The concept of home monitoring for patients with AMD is not new—the Amsler grid is a proven, time-tested tool that is easy for patients to use. However, significant limitations of the Amsler grid include poor compliance, low or variable sensitivity, and lack of automated transfer of abnormal results to physicians. These limitations raise questions about the Amsler grid’s utility for patients at risk for conversion to wet AMD.12

TEC can help address these limitations. Two TEC options are currently on the forefront of home monitoring in AMD: the mVT app (myVision Track; Vital Art and Science) and the ForeseeHome AMD Monitoring Program (Notal Vision).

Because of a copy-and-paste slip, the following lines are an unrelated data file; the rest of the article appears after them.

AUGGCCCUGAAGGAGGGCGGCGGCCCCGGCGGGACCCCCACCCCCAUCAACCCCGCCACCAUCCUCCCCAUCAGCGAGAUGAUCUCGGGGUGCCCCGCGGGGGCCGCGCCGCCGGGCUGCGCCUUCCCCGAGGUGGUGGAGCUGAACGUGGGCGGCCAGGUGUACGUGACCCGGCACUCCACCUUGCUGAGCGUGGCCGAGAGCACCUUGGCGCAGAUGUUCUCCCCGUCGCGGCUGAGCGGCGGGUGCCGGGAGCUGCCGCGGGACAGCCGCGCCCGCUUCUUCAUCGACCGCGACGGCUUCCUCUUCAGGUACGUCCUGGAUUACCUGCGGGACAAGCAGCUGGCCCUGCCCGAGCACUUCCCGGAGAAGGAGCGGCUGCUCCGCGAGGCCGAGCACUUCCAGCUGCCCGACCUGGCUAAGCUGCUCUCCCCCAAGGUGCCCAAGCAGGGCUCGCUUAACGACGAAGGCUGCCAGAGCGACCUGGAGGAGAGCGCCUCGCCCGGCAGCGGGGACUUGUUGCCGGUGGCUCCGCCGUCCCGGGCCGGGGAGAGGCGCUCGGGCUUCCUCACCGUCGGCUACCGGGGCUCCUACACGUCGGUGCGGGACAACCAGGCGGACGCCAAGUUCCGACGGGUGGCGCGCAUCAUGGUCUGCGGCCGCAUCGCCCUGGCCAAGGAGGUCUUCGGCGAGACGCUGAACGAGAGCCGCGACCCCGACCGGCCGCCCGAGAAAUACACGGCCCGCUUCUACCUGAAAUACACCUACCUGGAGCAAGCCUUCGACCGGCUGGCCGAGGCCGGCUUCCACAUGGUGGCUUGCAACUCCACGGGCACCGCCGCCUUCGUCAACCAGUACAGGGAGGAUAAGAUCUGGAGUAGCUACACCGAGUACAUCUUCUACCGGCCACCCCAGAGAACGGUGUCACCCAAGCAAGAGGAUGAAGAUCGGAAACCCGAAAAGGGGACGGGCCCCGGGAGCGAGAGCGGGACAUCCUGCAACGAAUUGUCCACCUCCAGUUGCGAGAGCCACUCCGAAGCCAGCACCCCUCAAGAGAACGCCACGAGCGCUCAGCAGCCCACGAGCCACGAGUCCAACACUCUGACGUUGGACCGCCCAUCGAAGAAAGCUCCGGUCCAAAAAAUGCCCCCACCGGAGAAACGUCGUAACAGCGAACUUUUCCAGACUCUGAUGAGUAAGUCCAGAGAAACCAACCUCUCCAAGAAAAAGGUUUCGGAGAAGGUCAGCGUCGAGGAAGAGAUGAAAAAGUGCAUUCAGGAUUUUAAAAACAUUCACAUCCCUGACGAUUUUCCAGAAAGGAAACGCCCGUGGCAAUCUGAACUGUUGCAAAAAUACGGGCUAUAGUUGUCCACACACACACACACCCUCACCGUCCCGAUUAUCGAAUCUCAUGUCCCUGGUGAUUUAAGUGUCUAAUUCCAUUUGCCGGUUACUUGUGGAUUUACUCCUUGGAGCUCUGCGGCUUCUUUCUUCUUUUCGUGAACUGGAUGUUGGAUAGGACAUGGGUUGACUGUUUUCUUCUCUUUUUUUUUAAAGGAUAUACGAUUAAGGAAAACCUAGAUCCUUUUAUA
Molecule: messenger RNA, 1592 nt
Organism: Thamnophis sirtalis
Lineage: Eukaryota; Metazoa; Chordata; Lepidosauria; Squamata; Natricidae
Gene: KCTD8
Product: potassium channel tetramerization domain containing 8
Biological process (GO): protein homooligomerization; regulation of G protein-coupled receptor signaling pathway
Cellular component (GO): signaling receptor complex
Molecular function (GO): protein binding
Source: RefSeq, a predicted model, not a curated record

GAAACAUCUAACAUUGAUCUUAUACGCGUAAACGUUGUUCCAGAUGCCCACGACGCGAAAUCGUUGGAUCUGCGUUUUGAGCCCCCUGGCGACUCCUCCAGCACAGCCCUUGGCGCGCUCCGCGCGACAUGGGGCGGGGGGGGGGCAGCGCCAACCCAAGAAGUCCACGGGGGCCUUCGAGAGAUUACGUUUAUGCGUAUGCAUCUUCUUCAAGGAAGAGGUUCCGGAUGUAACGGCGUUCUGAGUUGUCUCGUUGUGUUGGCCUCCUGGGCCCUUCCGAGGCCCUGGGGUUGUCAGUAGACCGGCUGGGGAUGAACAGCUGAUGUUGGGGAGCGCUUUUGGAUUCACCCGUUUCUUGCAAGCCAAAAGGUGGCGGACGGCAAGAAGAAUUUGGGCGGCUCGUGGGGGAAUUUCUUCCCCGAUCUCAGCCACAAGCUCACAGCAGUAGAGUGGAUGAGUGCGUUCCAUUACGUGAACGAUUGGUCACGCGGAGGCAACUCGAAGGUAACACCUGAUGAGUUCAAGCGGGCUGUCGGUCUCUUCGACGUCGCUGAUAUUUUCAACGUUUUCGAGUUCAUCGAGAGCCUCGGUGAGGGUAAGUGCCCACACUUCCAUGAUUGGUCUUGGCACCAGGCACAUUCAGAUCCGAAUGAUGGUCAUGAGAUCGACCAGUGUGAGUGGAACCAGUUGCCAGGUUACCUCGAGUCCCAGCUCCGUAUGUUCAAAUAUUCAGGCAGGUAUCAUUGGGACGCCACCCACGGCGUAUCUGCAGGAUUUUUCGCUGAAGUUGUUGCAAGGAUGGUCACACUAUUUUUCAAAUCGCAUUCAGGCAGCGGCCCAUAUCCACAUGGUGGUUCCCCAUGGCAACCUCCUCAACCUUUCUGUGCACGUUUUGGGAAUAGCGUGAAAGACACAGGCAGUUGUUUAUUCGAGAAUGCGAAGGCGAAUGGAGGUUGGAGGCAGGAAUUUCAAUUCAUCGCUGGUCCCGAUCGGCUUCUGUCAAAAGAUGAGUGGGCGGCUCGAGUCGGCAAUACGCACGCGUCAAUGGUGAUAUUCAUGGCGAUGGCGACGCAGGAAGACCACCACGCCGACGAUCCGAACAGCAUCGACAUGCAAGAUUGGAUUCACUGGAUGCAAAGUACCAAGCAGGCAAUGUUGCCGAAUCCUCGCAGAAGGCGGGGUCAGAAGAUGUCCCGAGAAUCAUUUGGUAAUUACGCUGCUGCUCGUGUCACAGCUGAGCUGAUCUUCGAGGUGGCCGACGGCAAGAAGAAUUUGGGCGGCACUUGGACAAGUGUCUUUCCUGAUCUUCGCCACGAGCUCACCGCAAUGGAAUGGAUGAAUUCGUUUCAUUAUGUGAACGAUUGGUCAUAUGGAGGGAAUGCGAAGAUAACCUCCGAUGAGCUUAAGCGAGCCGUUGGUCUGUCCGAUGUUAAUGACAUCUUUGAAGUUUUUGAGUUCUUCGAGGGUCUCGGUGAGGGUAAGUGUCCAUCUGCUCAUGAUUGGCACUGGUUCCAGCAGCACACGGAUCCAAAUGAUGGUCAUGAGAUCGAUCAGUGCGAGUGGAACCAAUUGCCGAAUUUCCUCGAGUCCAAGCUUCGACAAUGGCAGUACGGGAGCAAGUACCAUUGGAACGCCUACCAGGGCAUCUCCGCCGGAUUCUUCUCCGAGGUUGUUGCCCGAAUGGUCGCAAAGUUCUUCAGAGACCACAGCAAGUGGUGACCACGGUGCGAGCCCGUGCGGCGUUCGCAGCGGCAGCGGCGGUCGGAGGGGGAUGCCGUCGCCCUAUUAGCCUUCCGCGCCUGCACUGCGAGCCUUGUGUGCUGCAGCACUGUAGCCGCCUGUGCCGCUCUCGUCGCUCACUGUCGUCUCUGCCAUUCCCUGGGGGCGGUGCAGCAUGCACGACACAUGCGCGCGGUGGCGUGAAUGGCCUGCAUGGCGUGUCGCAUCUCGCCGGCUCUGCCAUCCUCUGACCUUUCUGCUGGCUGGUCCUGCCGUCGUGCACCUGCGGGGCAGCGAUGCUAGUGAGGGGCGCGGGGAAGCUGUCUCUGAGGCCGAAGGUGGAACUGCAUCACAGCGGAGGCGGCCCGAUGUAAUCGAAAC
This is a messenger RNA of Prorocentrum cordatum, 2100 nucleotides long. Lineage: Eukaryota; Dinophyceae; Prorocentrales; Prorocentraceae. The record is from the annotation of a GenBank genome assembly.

The mVT App

This FDA-cleared application is available for use on Apple and Android smartphones. The mVT app is available by prescription, costs $19.95 per month, and relies on shape discrimination hyperacuity testing. Patients can use the app to monitor themselves for any significant vision changes associated with maculopathy, including AMD. Prescribing physicians are alerted via their choice of portal (email or phone) when changes are detected. The recommendation for testing is twice per week, although the app does not ensure regular use (ie, accountability for compliance rests with the user).

ForeseeHome AMD Monitoring Program

This service, available by physician order, uses preferential hyperacuity perimetry, an application of Vernier acuity, to detect minute differences in the relative spatial localization of two or more objects. The technology has been validated in a multicenter, prospective, randomized clinical trial sponsored by the National Institutes of Health,13 which led to its being covered by Medicare and most private insurance with no cost for most patients.